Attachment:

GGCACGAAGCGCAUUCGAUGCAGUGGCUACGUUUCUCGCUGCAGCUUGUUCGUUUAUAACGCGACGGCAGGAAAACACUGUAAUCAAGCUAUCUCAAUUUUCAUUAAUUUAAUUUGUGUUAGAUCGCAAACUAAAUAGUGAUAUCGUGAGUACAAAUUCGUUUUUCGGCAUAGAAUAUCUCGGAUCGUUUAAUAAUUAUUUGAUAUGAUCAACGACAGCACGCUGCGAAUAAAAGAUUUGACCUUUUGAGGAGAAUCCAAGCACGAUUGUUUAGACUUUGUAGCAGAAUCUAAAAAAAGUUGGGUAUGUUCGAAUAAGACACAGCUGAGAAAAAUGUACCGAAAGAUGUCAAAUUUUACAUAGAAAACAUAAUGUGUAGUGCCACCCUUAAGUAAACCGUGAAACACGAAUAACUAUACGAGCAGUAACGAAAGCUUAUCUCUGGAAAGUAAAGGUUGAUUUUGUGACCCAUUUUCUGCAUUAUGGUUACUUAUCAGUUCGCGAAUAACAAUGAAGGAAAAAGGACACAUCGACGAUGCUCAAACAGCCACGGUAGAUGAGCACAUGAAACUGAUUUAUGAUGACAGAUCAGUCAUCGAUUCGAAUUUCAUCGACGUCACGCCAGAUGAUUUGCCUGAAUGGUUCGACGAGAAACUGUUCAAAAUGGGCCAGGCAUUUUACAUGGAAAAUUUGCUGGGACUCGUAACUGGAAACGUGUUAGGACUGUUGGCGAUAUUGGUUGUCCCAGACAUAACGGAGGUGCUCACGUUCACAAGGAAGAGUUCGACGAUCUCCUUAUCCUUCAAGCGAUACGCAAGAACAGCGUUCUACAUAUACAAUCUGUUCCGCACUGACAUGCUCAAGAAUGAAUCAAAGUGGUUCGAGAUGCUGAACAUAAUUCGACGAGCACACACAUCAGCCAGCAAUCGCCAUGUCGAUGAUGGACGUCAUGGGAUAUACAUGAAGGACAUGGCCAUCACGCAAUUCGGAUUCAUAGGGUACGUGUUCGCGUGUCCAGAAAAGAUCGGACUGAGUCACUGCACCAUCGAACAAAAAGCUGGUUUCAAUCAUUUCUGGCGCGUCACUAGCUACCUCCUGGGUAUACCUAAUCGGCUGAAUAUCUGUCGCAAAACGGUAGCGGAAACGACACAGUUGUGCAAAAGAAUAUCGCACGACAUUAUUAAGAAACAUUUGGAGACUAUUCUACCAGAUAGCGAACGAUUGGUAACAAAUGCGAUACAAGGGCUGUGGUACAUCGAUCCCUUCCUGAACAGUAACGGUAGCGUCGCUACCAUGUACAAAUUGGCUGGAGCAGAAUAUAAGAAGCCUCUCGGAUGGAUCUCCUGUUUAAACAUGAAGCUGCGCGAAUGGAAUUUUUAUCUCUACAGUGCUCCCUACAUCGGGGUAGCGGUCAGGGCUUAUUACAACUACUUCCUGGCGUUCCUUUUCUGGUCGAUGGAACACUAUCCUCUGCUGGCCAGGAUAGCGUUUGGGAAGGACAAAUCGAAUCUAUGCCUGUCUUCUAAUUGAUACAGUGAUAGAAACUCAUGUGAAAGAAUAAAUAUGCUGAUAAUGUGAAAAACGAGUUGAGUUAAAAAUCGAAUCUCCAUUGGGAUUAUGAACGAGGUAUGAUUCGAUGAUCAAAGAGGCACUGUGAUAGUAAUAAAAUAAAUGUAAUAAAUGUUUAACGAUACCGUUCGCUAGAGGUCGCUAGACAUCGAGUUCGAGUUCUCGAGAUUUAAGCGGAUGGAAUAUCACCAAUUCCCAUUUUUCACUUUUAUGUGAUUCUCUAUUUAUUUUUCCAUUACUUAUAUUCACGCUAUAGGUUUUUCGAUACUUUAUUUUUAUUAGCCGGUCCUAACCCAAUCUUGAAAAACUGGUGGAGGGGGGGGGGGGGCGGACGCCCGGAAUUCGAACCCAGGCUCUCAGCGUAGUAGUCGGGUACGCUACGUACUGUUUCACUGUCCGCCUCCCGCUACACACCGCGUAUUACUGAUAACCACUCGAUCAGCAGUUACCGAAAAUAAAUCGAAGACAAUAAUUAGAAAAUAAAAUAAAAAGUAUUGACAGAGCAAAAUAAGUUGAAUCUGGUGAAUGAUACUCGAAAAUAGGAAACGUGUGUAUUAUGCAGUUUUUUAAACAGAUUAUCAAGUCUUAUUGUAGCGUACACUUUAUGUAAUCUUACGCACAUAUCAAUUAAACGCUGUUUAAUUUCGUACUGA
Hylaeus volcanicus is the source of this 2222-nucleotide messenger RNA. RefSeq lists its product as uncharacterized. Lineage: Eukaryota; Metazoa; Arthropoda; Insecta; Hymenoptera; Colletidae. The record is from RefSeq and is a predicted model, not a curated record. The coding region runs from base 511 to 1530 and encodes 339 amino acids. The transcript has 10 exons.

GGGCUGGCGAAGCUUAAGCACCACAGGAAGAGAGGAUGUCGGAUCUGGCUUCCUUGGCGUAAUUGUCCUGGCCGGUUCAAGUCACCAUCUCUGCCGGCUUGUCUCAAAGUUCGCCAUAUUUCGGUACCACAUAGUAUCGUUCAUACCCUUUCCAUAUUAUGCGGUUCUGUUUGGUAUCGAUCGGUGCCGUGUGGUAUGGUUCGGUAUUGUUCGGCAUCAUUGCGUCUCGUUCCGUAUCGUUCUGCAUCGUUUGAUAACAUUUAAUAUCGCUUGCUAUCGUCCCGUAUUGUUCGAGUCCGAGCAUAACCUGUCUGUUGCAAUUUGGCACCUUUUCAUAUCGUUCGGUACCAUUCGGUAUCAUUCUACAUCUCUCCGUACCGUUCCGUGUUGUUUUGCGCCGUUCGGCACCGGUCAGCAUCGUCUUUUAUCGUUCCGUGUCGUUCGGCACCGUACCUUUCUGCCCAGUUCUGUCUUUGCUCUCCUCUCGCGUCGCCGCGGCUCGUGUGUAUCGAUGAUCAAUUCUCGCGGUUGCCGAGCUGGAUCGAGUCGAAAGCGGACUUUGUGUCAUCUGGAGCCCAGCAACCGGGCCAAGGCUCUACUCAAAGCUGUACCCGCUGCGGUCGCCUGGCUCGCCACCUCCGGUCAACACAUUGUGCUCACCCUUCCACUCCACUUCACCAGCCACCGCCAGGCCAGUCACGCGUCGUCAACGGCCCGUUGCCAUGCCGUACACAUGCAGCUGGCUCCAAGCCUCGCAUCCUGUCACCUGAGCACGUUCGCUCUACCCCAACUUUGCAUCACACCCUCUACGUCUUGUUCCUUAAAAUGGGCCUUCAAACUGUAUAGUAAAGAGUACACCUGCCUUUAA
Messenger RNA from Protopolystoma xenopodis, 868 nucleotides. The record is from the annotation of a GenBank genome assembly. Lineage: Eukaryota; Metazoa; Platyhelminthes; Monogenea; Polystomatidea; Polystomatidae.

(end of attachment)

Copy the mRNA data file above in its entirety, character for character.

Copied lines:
GGCACGAAGCGCAUUCGAUGCAGUGGCUACGUUUCUCGCUGCAGCUUGUUCGUUUAUAACGCGACGGCAGGAAAACACUGUAAUCAAGCUAUCUCAAUUUUCAUUAAUUUAAUUUGUGUUAGAUCGCAAACUAAAUAGUGAUAUCGUGAGUACAAAUUCGUUUUUCGGCAUAGAAUAUCUCGGAUCGUUUAAUAAUUAUUUGAUAUGAUCAACGACAGCACGCUGCGAAUAAAAGAUUUGACCUUUUGAGGAGAAUCCAAGCACGAUUGUUUAGACUUUGUAGCAGAAUCUAAAAAAAGUUGGGUAUGUUCGAAUAAGACACAGCUGAGAAAAAUGUACCGAAAGAUGUCAAAUUUUACAUAGAAAACAUAAUGUGUAGUGCCACCCUUAAGUAAACCGUGAAACACGAAUAACUAUACGAGCAGUAACGAAAGCUUAUCUCUGGAAAGUAAAGGUUGAUUUUGUGACCCAUUUUCUGCAUUAUGGUUACUUAUCAGUUCGCGAAUAACAAUGAAGGAAAAAGGACACAUCGACGAUGCUCAAACAGCCACGGUAGAUGAGCACAUGAAACUGAUUUAUGAUGACAGAUCAGUCAUCGAUUCGAAUUUCAUCGACGUCACGCCAGAUGAUUUGCCUGAAUGGUUCGACGAGAAACUGUUCAAAAUGGGCCAGGCAUUUUACAUGGAAAAUUUGCUGGGACUCGUAACUGGAAACGUGUUAGGACUGUUGGCGAUAUUGGUUGUCCCAGACAUAACGGAGGUGCUCACGUUCACAAGGAAGAGUUCGACGAUCUCCUUAUCCUUCAAGCGAUACGCAAGAACAGCGUUCUACAUAUACAAUCUGUUCCGCACUGACAUGCUCAAGAAUGAAUCAAAGUGGUUCGAGAUGCUGAACAUAAUUCGACGAGCACACACAUCAGCCAGCAAUCGCCAUGUCGAUGAUGGACGUCAUGGGAUAUACAUGAAGGACAUGGCCAUCACGCAAUUCGGAUUCAUAGGGUACGUGUUCGCGUGUCCAGAAAAGAUCGGACUGAGUCACUGCACCAUCGAACAAAAAGCUGGUUUCAAUCAUUUCUGGCGCGUCACUAGCUACCUCCUGGGUAUACCUAAUCGGCUGAAUAUCUGUCGCAAAACGGUAGCGGAAACGACACAGUUGUGCAAAAGAAUAUCGCACGACAUUAUUAAGAAACAUUUGGAGACUAUUCUACCAGAUAGCGAACGAUUGGUAACAAAUGCGAUACAAGGGCUGUGGUACAUCGAUCCCUUCCUGAACAGUAACGGUAGCGUCGCUACCAUGUACAAAUUGGCUGGAGCAGAAUAUAAGAAGCCUCUCGGAUGGAUCUCCUGUUUAAACAUGAAGCUGCGCGAAUGGAAUUUUUAUCUCUACAGUGCUCCCUACAUCGGGGUAGCGGUCAGGGCUUAUUACAACUACUUCCUGGCGUUCCUUUUCUGGUCGAUGGAACACUAUCCUCUGCUGGCCAGGAUAGCGUUUGGGAAGGACAAAUCGAAUCUAUGCCUGUCUUCUAAUUGAUACAGUGAUAGAAACUCAUGUGAAAGAAUAAAUAUGCUGAUAAUGUGAAAAACGAGUUGAGUUAAAAAUCGAAUCUCCAUUGGGAUUAUGAACGAGGUAUGAUUCGAUGAUCAAAGAGGCACUGUGAUAGUAAUAAAAUAAAUGUAAUAAAUGUUUAACGAUACCGUUCGCUAGAGGUCGCUAGACAUCGAGUUCGAGUUCUCGAGAUUUAAGCGGAUGGAAUAUCACCAAUUCCCAUUUUUCACUUUUAUGUGAUUCUCUAUUUAUUUUUCCAUUACUUAUAUUCACGCUAUAGGUUUUUCGAUACUUUAUUUUUAUUAGCCGGUCCUAACCCAAUCUUGAAAAACUGGUGGAGGGGGGGGGGGGGCGGACGCCCGGAAUUCGAACCCAGGCUCUCAGCGUAGUAGUCGGGUACGCUACGUACUGUUUCACUGUCCGCCUCCCGCUACACACCGCGUAUUACUGAUAACCACUCGAUCAGCAGUUACCGAAAAUAAAUCGAAGACAAUAAUUAGAAAAUAAAAUAAAAAGUAUUGACAGAGCAAAAUAAGUUGAAUCUGGUGAAUGAUACUCGAAAAUAGGAAACGUGUGUAUUAUGCAGUUUUUUAAACAGAUUAUCAAGUCUUAUUGUAGCGUACACUUUAUGUAAUCUUACGCACAUAUCAAUUAAACGCUGUUUAAUUUCGUACUGA
Hylaeus volcanicus is the source of this 2222-nucleotide messenger RNA. RefSeq lists its product as uncharacterized. Lineage: Eukaryota; Metazoa; Arthropoda; Insecta; Hymenoptera; Colletidae. The record is from RefSeq and is a predicted model, not a curated record. The coding region runs from base 511 to 1530 and encodes 339 amino acids. The transcript has 10 exons.

GGGCUGGCGAAGCUUAAGCACCACAGGAAGAGAGGAUGUCGGAUCUGGCUUCCUUGGCGUAAUUGUCCUGGCCGGUUCAAGUCACCAUCUCUGCCGGCUUGUCUCAAAGUUCGCCAUAUUUCGGUACCACAUAGUAUCGUUCAUACCCUUUCCAUAUUAUGCGGUUCUGUUUGGUAUCGAUCGGUGCCGUGUGGUAUGGUUCGGUAUUGUUCGGCAUCAUUGCGUCUCGUUCCGUAUCGUUCUGCAUCGUUUGAUAACAUUUAAUAUCGCUUGCUAUCGUCCCGUAUUGUUCGAGUCCGAGCAUAACCUGUCUGUUGCAAUUUGGCACCUUUUCAUAUCGUUCGGUACCAUUCGGUAUCAUUCUACAUCUCUCCGUACCGUUCCGUGUUGUUUUGCGCCGUUCGGCACCGGUCAGCAUCGUCUUUUAUCGUUCCGUGUCGUUCGGCACCGUACCUUUCUGCCCAGUUCUGUCUUUGCUCUCCUCUCGCGUCGCCGCGGCUCGUGUGUAUCGAUGAUCAAUUCUCGCGGUUGCCGAGCUGGAUCGAGUCGAAAGCGGACUUUGUGUCAUCUGGAGCCCAGCAACCGGGCCAAGGCUCUACUCAAAGCUGUACCCGCUGCGGUCGCCUGGCUCGCCACCUCCGGUCAACACAUUGUGCUCACCCUUCCACUCCACUUCACCAGCCACCGCCAGGCCAGUCACGCGUCGUCAACGGCCCGUUGCCAUGCCGUACACAUGCAGCUGGCUCCAAGCCUCGCAUCCUGUCACCUGAGCACGUUCGCUCUACCCCAACUUUGCAUCACACCCUCUACGUCUUGUUCCUUAAAAUGGGCCUUCAAACUGUAUAGUAAAGAGUACACCUGCCUUUAA
Messenger RNA from Protopolystoma xenopodis, 868 nucleotides. The record is from the annotation of a GenBank genome assembly. Lineage: Eukaryota; Metazoa; Platyhelminthes; Monogenea; Polystomatidea; Polystomatidae.